A boot camp training and business guest post by Georgette Pann
Avoid these 8 Fitness Boot Camp Mistakes to Ensure Satisfied Customers and Maximum Profits…
While many of us are sick of watered down boot camps popping up at just about every park, beach, gymnastics studio, cheer center and industrial parking lot… with bad form, poor posture and $5 workouts being the norm .. …and trainers giving away the farm on every daily deal site you can imagine… that portion of industry is kind of a mess right now … and lowering prices to four dollars or two dollars or fifty cents a workout is not the solution
While our industry is growing like crazy, as this Yahoo Finance report from today shows, the amount of personal trainers in The U.S. is up by 44% from 2001 to 2011, to 231,500, while the overall number of workers fell by 1 percent, according to the Labor Department…. Boot Camps have become a commodity, and when people think personal trainers, they think of some moron in the health club holding a clipboard, counting reps and checking himself out in the mirror.
Unfortunately many of these new trainers have NO IDEA what they’re doing
Now even though the industry is up in terms of jobs, it’s a little ugly out there right now, and while the average wage for trainers is less than $15 an hour, Boot Camps can STILL be very profitable and are a great way to help a ton of people at once and minimize your hours spent trudging away in the trenches …
In fact, I know quite a number of Boot Camp trainers who make STRONG six-figure net incomes, and only train five, ten, fifteen or twenty hours a week AND are able to help a TON of people in the process… often helping between 40 and 150 clients on any given week… and some are helping two to three times that… and that’s a lot of damn people to be helping … sure they’re not ALL getting results, but a bunch of them are, at least most the ones who are eating right and giving it their all are… plus often times they’re being helped in more ways than one by these programs.
Personally I have many of my mentoring clients calling their group training programs anything but a boot camp, seeing how many boot camp shoppers are bargain hunters and coupon clippers have “discount” on the brain when searching for a boot camp… and by doin’ little things like just changing the name of your program and giving the clients a little more personal touch to separate yourself from every ‘Super Body Discount Boot Camp’ and ”Super Discount Booty Boot Camp” and “Discount Body Super Boot Camp” out there … damn they all sound the same... so anything you can do to separate yourself the better.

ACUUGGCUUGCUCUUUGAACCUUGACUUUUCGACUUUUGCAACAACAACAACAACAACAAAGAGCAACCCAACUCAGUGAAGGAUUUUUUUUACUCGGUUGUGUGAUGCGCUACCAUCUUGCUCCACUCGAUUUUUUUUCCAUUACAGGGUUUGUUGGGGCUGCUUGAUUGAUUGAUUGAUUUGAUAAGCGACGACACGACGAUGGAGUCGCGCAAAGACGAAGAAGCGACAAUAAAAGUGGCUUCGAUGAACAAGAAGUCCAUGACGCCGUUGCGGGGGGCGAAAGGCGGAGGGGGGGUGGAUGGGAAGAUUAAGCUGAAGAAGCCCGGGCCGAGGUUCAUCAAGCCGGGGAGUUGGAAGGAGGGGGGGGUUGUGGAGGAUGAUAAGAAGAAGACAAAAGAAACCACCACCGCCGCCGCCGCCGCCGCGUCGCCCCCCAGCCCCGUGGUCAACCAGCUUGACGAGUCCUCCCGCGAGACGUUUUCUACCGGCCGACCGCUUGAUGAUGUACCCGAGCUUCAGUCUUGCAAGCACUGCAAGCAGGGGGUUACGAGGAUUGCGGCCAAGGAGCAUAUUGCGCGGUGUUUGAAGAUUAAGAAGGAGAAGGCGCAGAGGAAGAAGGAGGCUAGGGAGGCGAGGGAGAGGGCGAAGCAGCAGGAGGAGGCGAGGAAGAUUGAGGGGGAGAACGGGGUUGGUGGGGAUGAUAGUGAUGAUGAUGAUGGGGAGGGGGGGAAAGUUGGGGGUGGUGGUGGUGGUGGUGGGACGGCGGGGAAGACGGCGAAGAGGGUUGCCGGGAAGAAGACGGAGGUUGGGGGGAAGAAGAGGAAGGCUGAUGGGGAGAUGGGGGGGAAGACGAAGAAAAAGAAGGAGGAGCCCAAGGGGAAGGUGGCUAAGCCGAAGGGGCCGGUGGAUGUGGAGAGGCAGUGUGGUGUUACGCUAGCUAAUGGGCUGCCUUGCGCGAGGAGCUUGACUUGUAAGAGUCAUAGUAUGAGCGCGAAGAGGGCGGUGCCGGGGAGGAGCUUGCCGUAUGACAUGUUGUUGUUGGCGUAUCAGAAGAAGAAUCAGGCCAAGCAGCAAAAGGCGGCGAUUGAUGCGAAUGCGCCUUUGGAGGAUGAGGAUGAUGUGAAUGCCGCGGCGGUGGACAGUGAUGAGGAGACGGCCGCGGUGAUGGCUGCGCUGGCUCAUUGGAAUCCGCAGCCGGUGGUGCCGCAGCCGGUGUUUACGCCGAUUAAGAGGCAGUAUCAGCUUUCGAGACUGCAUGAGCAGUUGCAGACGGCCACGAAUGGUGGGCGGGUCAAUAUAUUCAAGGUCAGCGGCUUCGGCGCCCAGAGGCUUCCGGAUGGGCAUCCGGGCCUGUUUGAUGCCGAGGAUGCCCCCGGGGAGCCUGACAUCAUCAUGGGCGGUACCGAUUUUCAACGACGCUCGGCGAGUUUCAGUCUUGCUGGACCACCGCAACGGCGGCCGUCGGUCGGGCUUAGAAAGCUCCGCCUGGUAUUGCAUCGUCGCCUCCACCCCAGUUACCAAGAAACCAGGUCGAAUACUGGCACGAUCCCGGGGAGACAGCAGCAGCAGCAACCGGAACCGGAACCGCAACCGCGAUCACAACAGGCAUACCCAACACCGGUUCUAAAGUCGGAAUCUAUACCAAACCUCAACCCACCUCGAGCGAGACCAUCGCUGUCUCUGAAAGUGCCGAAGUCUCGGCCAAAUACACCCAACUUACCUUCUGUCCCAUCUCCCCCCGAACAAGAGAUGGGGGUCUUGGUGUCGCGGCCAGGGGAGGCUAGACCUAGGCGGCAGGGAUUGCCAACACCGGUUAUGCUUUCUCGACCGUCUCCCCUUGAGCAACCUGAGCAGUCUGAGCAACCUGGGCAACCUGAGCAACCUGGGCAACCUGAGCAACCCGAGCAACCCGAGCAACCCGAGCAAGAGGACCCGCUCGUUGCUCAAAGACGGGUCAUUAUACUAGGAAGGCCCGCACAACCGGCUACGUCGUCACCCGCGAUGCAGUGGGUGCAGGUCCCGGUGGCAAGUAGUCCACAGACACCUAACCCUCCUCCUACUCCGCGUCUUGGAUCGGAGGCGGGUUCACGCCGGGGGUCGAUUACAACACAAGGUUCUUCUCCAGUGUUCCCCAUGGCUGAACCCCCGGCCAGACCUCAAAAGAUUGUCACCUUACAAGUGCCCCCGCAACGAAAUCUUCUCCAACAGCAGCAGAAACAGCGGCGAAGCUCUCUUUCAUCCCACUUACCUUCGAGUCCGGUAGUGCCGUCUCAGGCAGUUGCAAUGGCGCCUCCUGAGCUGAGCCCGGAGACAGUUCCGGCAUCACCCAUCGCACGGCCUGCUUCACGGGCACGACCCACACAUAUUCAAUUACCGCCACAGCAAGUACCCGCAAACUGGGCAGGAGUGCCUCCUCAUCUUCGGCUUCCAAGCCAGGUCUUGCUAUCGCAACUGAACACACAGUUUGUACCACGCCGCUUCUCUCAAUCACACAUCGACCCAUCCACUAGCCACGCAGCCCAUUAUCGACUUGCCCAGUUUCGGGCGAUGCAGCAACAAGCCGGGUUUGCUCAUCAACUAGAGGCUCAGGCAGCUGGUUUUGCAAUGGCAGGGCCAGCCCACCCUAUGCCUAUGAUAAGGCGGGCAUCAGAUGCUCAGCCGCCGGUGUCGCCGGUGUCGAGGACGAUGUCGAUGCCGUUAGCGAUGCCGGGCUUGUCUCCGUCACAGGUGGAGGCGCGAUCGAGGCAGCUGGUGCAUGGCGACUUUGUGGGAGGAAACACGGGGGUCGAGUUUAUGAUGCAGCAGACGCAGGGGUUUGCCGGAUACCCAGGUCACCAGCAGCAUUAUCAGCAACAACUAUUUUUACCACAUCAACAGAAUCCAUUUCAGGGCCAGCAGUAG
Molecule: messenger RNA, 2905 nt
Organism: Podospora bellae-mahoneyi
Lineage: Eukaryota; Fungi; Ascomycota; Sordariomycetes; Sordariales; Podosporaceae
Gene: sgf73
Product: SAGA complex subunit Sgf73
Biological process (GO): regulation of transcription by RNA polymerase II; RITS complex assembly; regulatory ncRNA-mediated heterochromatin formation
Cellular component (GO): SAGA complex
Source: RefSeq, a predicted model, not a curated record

DIFFERENTIATE DIFFERENTIATE DIFFERENTIATE
That said, just like I mentioned above, I still have a number of friends, associates and clients who run extremely successful fitness bootcamps … and to give props to a few people in the industry you can trust to get your boot camp ( or group training ) advice from, are Group Training Specialist Callie Dubrow ( who has an awesome system coming out to help personal trainers transition into group training) along with Boot Camp Marketing, Training and Business Specialists BJ Gaddour, John Spencer Ellis ( my boy JSE), Carrie and Alicia The Boot Camp Girls and Georgette Pann…
There’s a lot of fluff, watering down and B.S. goin’ on in the industry… but there are also some people who really know what they’re doin’ and Georgette Pann is one of them
So if you train groups, bootcamps, or a bunch of damn at one damn time ( no negative connotations here, I just like the word to use the word “damn” sometimes) … then you DEFINITELY want to hear what Georgette has to say
So without further ado… Boot Camp Specialist Georgette Pann…
Everyone wants their fitness boot camp to be successful and profitable. But there are some mistakes frequently made by trainers that sap the life and profit from an otherwise excellent program. Avoid these eight mistakes to make the most out of your boot camp:
1. Not giving yourself enough time for preliminary planning – Not planning well enough in advance!
When you are thinking of starting a camp or group training you must plan well enough in advance.Even though you may have the best bootcamp starter kit on the planet, like Sure Victory you still need to do your own planning…here are the specifics:
Who -who are you targeting? woman?,athletes? baby boomers? etc
Where- where are you holding your camp? indoors? outdoors? You need to find a place!
If its a park…do you have permission from local parks and recreation?